Larry Scutta posted:
Digital 8 cameras can play back the hi8 or 8mm tapes that you've previously recorded on, but it's more model specific if it will do this or not. Most should tell you in the specs.
One thing with digital8, you can use any 8mm tape to record on and you get the same results, so don't be fooled into Sony's marketing of Digital8 tapes.
Really, it doesn't detect what sort of tape you've put in?
In the same way you can record S-VHS or D-VHS onto normal VHS tapes -but you need to make a hole in the bottom of the cassette casing at one end of the groove that runs along the back . S-VHS (IIRC has a hole on the right hand side, D-VHS on both ends
It knows if it's an analogue recording and will play it back both 8 and Hi8. You can also fool a Hi8 camera into thinking an 8mm tape is a Hi8 tape by removing a wee bit of the casing - but it's not really recommended!
When Digital 8 first came out, Sony sold it as "record onto 8mm tapes in Digital". Then about 2 years later, they realised they could get lots more money by packaging tapes up making them look like they're specially for Digital8 by sticking Digital 8 on the labels and your standard consumer goes and buys the tapes, giving more money to Sony!
From what I understand DVCAM is exactly the same as DV except the tape runs faster and have wider tracks to make the format more robust for professional use. Incidentally, I have made several recordings on broadcast DVCAM decks and played them back in my camcorder.
That's all it really is, a 60min DV tape will record 40 min in DVCAM, nothing special. even the Sony PD150 DVCAM camera which everyone seems to use is just the Sony VX2000 but with an XLR bit stuck on the top. The lens and CCDs are exactly the same on both models so it's the same picture quality. The only other things are features, such as TC setting, REC Run / Regen etc.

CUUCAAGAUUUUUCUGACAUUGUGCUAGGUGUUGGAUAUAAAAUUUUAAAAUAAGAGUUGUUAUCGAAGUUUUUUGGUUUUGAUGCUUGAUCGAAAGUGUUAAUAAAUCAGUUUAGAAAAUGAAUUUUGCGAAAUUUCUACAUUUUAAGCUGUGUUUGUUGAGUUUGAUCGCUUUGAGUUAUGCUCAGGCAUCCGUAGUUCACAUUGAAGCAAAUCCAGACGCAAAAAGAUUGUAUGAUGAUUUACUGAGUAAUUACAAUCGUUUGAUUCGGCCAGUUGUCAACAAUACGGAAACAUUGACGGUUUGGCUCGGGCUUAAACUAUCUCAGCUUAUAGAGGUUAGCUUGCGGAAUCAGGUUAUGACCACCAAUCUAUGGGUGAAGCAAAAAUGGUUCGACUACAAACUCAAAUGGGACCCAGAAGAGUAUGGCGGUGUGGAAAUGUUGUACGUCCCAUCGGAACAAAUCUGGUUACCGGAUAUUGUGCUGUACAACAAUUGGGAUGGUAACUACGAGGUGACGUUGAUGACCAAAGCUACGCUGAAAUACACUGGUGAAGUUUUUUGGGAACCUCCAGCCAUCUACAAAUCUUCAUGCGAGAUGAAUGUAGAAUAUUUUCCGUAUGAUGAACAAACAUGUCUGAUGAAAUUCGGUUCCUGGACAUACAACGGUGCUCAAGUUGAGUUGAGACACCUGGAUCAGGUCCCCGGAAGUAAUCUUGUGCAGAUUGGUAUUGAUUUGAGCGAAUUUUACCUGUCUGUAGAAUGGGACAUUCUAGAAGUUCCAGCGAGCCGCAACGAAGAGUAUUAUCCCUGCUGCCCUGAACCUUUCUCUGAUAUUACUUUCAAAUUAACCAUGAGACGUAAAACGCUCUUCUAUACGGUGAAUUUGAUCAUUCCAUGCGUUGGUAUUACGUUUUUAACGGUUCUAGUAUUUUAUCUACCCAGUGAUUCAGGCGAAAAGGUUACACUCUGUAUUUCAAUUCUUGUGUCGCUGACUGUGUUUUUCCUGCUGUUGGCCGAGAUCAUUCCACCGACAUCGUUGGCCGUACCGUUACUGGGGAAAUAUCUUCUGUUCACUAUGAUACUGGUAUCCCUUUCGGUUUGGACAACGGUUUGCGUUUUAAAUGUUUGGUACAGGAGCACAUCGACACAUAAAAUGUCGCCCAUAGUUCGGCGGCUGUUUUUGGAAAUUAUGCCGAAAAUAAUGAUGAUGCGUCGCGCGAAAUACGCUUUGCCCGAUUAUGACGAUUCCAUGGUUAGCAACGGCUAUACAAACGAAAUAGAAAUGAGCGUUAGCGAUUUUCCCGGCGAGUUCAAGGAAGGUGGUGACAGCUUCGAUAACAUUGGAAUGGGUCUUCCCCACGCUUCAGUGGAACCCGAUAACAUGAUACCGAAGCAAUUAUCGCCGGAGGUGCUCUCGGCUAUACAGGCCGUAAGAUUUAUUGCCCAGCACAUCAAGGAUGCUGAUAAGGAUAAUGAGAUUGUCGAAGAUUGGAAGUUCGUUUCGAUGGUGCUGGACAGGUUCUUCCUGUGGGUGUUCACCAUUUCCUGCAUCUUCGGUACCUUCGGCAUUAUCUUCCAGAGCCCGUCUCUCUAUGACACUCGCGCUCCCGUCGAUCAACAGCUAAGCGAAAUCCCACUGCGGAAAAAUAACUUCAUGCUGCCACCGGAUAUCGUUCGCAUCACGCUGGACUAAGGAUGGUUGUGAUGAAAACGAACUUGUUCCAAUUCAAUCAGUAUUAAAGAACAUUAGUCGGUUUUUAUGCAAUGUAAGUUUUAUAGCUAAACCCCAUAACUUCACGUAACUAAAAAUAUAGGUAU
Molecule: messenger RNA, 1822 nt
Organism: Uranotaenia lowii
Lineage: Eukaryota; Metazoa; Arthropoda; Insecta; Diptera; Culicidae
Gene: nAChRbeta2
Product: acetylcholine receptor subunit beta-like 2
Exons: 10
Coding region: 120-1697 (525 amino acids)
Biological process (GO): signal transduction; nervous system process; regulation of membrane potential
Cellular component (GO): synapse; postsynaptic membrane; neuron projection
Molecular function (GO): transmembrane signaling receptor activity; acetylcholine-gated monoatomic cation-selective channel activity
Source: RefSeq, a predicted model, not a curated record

The picture quality of them however, is outstanding. Normally you can tell the difference, but on a bright sunny day with little movement, I didn't know what camera was what and it even surprised me how good it was. Admittedly it was in 4:3. They don't do 16:9 properly and stretch the image!
Then the audio may start to splat, pics pixelate and if you are really unlucky, complete grey and splatting. Most head clogging is caused by tapes parking on the same pre-roll point, and if the tape has been played many times it gets very worn in the same place and sheds oxide onto the heads. Sometimes you only realise when the tape runs that you have got a problem!
It was quite funny a while back, when we got in about 30 DVC Pro tapes which were "dodgy". When they went out in the ENG cameras, they would record fine and there was no problem, but when they came back to be played in a VTR, it was having none of it, it kept freezing and the servo lights went mad as if they were having a disco.
They played fine in the camera that recorded on the tape, but not in any other cameras, the only other machine they would play on was a field VTR which was a bit crap and as they needed to be digitised and the field machine only had composite/s video connections, we had a bit of a problem!
It was decided just to dub the tapes onto new tapes, and then argue with everyones favourite broadcast suppliers, McMillan, over a possible refund!